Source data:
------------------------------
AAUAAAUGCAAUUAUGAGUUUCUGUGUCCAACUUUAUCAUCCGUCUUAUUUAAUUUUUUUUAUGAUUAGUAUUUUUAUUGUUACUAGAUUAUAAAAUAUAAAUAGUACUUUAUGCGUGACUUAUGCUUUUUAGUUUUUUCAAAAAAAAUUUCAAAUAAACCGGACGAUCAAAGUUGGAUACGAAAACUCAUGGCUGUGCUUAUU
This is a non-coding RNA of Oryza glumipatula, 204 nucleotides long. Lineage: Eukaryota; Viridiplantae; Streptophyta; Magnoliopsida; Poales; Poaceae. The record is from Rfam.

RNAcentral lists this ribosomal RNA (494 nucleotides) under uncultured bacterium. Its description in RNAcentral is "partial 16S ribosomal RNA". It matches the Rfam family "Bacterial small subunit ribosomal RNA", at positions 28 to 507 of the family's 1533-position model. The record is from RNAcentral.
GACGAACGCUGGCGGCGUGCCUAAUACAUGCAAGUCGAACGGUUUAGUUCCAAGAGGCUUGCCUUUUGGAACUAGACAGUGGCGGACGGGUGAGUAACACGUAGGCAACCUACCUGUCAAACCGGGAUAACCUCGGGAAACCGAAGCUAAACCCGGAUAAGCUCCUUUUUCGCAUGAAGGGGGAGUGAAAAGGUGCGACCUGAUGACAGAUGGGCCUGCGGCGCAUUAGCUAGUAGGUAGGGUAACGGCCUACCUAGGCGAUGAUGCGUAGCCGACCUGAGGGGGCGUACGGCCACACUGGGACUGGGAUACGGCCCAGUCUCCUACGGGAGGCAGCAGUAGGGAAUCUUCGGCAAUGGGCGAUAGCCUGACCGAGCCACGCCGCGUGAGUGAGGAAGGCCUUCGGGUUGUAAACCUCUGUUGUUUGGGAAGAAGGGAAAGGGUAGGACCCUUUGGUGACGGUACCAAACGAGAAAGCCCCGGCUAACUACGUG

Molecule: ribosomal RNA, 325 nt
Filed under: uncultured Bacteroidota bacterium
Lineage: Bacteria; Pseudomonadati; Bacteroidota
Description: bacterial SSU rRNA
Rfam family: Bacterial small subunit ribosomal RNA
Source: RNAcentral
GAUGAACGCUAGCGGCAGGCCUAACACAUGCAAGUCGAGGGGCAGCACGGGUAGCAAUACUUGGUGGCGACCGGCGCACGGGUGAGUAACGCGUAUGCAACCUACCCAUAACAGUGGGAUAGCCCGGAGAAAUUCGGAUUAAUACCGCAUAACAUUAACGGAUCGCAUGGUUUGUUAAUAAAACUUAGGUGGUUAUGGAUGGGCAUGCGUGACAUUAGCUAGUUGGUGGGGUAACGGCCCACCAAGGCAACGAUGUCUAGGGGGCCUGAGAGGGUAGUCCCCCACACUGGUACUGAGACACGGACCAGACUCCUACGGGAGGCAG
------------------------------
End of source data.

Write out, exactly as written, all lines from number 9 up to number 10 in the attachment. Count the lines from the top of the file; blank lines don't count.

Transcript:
Rfam family: Bacterial small subunit ribosomal RNA
Source: RNAcentral